Coty executives declined to discuss sales forecasts for Instinct. However, industry sources estimate the fragrance will generate first-year global retail sales of $40 million to $50 million.
Beckham himself is a beauty aficionado and counts manicures and pedicures among his regular routine. He also habitually uses face creams and lip balm.
“And, before I go to sleep, I slap on some eye cream,” he said.
Before creating his first fragrance with a classic tack, Beckham had sported eaux by Loewe and Creed.
“I didn’t want something that looked sporty,” he said. “I wanted something classy, personal and very classic.”
Designer Lutz Herrmann — along with Beckham — came up with a vertical glass bottle, which is topped with a magnetic metal cap that snaps shut. A diamond-shaped impression is cut into the base of the flacon, while a black label carries the scent’s name and Beckham logo. Herrmann created the insignia, which includes the letters D, V and B (for David, Victoria and Beckham), inspired by Gothic typography and tattoo art. The logo is meant to be a family crest of sorts — a fitting touch for the clan whose home has been dubbed “Beckingham Palace” by the British press.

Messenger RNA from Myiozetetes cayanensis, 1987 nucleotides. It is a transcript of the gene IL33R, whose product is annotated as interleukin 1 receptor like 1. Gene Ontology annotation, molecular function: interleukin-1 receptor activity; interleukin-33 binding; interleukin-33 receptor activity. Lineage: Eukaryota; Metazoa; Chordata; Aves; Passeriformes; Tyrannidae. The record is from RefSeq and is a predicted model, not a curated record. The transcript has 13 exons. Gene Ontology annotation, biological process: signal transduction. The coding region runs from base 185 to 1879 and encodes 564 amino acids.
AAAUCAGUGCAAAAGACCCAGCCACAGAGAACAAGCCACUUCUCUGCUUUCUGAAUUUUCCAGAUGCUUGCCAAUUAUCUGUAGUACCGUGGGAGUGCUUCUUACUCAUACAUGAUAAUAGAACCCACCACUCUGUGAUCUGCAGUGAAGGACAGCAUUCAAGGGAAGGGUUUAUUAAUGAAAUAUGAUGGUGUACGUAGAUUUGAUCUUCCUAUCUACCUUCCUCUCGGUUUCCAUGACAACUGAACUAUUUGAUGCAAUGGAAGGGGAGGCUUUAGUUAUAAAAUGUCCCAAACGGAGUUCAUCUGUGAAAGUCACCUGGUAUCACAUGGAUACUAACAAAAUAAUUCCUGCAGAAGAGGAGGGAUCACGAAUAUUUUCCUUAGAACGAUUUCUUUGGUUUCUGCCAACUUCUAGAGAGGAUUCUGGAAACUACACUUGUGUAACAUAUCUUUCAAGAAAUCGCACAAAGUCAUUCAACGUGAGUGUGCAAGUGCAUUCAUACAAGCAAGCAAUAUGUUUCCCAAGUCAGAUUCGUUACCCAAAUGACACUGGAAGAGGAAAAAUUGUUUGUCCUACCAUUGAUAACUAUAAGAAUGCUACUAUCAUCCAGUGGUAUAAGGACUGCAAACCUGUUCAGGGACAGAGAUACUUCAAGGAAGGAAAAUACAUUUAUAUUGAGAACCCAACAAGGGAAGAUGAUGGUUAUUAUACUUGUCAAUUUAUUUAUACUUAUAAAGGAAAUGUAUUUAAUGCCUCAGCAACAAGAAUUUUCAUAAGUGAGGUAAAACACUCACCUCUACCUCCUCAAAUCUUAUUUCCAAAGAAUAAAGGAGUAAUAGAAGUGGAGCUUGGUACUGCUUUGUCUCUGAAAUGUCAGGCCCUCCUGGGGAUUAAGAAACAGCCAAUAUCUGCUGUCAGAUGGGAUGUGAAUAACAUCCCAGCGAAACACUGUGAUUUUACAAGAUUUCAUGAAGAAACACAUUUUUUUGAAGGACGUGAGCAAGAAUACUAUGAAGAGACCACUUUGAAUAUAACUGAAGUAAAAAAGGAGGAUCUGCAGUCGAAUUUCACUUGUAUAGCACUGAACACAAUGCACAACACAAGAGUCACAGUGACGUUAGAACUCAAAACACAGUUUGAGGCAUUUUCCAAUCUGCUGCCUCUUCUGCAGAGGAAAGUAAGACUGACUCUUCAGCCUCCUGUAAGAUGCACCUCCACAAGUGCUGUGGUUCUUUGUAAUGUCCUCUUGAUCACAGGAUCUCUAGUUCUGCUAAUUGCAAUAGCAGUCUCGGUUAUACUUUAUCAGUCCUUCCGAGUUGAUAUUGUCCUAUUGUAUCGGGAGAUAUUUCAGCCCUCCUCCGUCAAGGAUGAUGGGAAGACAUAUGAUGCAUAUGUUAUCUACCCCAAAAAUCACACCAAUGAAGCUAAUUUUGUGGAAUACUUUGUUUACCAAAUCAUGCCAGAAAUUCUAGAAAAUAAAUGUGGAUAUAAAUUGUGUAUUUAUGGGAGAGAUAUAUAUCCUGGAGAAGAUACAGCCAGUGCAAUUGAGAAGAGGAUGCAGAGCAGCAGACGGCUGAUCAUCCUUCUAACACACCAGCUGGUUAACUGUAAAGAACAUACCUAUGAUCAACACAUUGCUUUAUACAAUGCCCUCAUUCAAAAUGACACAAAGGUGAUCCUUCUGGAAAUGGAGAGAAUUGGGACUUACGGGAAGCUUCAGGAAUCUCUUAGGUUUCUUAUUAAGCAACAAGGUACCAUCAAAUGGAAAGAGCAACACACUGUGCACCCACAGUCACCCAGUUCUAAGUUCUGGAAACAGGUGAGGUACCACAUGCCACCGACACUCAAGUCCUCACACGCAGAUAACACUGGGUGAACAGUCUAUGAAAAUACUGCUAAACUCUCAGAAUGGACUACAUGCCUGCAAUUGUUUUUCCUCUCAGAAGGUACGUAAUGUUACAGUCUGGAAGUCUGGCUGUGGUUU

Advertising for Instinct is bereft of direct sporting references, as well. However, the television spot was inspired by Beckham’s steely focus when he took a penalty kick that helped England qualify for the 2002 World Cup. Directed by Robin Harvey of the JWT agency, the ad shows Beckham walking in a desert-like location where clouds gather and a storm violently breaks. But by what is meant to be the strength of his will, Beckham manages to appease the tempest and restore calm. Ten-, 20- and 30-second versions of the spot will break in September.
Print ads — in single and double pages — feature Beckham against a menacing skyscape, plus a packshot and an array of words, including faith, calm, truth, control, peace, fury, tempest, defy and storm, in ghostly writing. The visuals were shot by Annie Leibovitz.
A sampling campaign, comprising vials and sachets, will back the launch, too.
Instinct’s feugere juice was concocted by International Flavors and Fragrances’ Alain Astori and Beatrice Piquet. Its top notes include Italian bergamot, orange and mandarin. At its heart are star anise, cardamom and red pimento notes. And the scent’s drydown features Haitian vetiver, patchouli and white amber notes.
The eau de toilette will be available as 30-, 50- and 75-ml. sprays. While not yet confirmed, the scent is expected to range in price from about 17 euros, or $20.50 at current exchange, for the smallest bottle, to 39 euros, or $47, for the largest size. These estimated prices are for Europe. The ancillary line includes 50- and 75-ml. aftershave lotions, a 50-ml. moisturizer, a 100-ml. face wash, a 200-ml. hair and body wash, a 75-g. stick deodorant and a 150-ml. deodorant spray.
The Instinct collection will bow in mainland Europe in September. Asia is set to get the line for the holidays and the U.S. in the first half of 2006.